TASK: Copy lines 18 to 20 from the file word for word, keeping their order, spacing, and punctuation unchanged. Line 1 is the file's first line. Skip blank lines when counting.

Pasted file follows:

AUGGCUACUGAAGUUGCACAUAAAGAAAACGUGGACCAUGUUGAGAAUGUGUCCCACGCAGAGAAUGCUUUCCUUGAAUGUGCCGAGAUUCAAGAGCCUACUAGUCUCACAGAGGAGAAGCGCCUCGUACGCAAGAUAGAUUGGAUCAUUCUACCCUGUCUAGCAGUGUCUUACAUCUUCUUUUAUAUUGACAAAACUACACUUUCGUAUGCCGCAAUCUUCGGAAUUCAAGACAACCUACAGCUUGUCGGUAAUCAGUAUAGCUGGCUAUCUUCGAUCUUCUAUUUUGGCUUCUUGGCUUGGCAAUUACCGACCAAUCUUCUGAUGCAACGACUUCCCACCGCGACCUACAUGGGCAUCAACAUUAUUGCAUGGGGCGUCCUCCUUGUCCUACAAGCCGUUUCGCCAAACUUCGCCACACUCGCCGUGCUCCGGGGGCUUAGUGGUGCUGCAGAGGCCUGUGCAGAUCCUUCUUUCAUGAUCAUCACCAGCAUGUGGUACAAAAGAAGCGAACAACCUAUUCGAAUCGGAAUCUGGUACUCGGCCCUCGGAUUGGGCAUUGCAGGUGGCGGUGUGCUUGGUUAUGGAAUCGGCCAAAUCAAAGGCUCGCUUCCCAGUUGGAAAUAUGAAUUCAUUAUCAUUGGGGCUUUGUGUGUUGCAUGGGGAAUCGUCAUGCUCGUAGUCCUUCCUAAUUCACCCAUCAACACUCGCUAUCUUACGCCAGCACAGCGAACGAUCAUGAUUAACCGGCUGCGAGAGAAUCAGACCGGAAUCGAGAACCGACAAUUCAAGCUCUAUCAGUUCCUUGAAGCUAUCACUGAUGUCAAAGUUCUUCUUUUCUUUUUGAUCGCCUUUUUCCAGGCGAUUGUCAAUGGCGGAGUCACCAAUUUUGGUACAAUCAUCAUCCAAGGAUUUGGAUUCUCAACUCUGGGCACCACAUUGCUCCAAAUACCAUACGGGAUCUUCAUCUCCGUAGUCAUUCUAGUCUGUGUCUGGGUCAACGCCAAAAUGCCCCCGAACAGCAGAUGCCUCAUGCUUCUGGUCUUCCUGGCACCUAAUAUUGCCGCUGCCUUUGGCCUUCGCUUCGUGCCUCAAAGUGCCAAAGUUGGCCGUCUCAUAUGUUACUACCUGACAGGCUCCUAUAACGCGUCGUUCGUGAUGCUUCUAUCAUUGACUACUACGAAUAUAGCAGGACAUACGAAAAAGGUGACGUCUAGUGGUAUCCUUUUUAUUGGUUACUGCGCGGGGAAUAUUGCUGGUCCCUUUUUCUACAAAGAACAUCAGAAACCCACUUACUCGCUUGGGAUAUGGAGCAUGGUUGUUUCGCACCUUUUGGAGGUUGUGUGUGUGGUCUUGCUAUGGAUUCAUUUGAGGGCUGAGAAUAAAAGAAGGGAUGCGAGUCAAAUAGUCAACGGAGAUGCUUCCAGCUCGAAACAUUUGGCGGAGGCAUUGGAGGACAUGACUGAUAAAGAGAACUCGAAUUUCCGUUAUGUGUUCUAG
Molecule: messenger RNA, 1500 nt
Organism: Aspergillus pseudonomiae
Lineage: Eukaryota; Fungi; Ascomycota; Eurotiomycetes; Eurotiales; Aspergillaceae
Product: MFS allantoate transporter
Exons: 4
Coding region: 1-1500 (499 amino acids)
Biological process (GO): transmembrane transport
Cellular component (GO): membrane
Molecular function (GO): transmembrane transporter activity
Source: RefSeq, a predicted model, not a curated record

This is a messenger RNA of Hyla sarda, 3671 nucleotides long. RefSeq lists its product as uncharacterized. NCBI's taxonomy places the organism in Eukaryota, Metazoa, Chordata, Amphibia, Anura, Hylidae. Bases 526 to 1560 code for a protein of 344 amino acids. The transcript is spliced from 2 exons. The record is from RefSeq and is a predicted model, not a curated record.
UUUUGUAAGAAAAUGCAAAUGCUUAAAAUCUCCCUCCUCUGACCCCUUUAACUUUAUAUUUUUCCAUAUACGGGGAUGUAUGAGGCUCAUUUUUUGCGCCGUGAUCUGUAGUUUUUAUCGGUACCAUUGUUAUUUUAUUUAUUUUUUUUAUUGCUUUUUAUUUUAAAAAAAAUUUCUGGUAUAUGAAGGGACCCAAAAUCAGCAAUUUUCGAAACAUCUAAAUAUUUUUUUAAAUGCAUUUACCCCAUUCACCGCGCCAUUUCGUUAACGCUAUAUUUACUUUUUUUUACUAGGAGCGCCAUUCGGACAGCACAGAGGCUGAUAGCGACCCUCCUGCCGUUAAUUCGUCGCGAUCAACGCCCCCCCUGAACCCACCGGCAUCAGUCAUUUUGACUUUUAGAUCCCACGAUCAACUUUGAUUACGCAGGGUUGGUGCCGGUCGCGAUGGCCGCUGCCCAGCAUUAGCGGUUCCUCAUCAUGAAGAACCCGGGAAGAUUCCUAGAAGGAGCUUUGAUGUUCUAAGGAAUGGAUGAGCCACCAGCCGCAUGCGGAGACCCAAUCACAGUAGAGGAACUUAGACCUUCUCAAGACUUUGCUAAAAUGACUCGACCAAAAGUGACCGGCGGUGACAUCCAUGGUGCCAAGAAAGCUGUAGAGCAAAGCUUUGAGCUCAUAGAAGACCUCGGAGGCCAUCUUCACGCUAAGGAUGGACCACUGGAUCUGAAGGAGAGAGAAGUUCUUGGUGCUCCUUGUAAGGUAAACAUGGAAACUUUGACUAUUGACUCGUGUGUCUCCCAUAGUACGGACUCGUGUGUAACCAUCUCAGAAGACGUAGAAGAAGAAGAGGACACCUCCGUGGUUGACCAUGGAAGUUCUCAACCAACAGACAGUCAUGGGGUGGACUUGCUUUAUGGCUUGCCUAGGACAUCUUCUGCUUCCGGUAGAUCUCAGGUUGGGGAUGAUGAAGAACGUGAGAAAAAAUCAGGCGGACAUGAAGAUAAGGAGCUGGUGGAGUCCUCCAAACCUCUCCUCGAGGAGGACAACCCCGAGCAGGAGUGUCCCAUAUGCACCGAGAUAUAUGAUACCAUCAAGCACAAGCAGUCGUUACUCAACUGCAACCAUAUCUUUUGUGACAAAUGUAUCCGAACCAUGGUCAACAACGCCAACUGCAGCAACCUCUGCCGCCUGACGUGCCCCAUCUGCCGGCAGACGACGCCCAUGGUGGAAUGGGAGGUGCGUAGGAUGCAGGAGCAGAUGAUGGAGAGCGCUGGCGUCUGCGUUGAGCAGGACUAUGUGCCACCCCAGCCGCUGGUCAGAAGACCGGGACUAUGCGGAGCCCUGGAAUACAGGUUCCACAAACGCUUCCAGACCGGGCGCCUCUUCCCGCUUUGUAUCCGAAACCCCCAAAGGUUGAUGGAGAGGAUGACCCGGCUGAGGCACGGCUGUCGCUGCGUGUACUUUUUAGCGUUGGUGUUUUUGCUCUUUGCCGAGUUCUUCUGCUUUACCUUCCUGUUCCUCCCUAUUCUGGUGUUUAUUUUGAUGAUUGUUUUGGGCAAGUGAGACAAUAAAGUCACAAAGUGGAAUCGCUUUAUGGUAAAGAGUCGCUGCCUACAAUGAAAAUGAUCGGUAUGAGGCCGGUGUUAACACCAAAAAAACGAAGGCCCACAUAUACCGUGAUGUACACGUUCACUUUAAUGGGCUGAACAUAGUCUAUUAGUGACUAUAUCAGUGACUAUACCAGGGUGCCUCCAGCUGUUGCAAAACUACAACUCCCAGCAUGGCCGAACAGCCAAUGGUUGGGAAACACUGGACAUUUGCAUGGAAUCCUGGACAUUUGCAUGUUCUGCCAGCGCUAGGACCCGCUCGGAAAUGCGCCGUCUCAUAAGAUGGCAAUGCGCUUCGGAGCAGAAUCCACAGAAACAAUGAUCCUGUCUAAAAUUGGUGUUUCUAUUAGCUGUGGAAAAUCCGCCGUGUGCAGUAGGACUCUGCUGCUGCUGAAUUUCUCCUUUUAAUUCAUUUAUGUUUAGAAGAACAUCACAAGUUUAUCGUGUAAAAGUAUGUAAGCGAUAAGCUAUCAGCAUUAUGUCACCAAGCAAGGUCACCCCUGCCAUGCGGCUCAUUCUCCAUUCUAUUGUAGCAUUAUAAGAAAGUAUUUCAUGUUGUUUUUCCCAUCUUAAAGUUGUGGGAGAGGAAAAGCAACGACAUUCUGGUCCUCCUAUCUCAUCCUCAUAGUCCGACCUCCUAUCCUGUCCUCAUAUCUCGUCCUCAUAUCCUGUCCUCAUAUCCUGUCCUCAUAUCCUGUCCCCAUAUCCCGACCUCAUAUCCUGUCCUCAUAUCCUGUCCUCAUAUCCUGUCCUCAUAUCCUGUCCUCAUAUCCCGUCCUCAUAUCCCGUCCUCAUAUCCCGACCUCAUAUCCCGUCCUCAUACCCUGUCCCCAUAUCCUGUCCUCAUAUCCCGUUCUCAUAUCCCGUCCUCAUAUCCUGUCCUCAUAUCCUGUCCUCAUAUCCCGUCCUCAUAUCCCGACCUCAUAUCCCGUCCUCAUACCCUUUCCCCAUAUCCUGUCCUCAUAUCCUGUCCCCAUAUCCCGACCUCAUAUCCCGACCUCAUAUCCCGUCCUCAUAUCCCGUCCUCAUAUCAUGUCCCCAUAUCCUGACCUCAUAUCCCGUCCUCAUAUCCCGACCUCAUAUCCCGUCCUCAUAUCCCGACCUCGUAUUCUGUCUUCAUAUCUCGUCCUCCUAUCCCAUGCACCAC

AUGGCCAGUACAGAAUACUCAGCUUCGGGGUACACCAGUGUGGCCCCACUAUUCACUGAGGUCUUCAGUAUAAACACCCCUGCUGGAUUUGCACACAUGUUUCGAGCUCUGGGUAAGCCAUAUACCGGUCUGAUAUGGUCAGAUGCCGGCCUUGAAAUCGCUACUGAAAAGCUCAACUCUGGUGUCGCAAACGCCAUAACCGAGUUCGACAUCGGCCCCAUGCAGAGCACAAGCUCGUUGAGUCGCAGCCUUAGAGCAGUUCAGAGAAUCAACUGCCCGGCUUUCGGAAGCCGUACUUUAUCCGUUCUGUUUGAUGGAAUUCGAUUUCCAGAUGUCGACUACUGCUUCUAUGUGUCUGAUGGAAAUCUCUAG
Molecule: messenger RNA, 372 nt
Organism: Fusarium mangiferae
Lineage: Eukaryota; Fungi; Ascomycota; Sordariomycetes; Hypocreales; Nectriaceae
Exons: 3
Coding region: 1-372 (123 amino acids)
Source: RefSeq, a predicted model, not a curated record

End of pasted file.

Exons: 3
Coding region: 1-372 (123 amino acids)
Source: RefSeq, a predicted model, not a curated record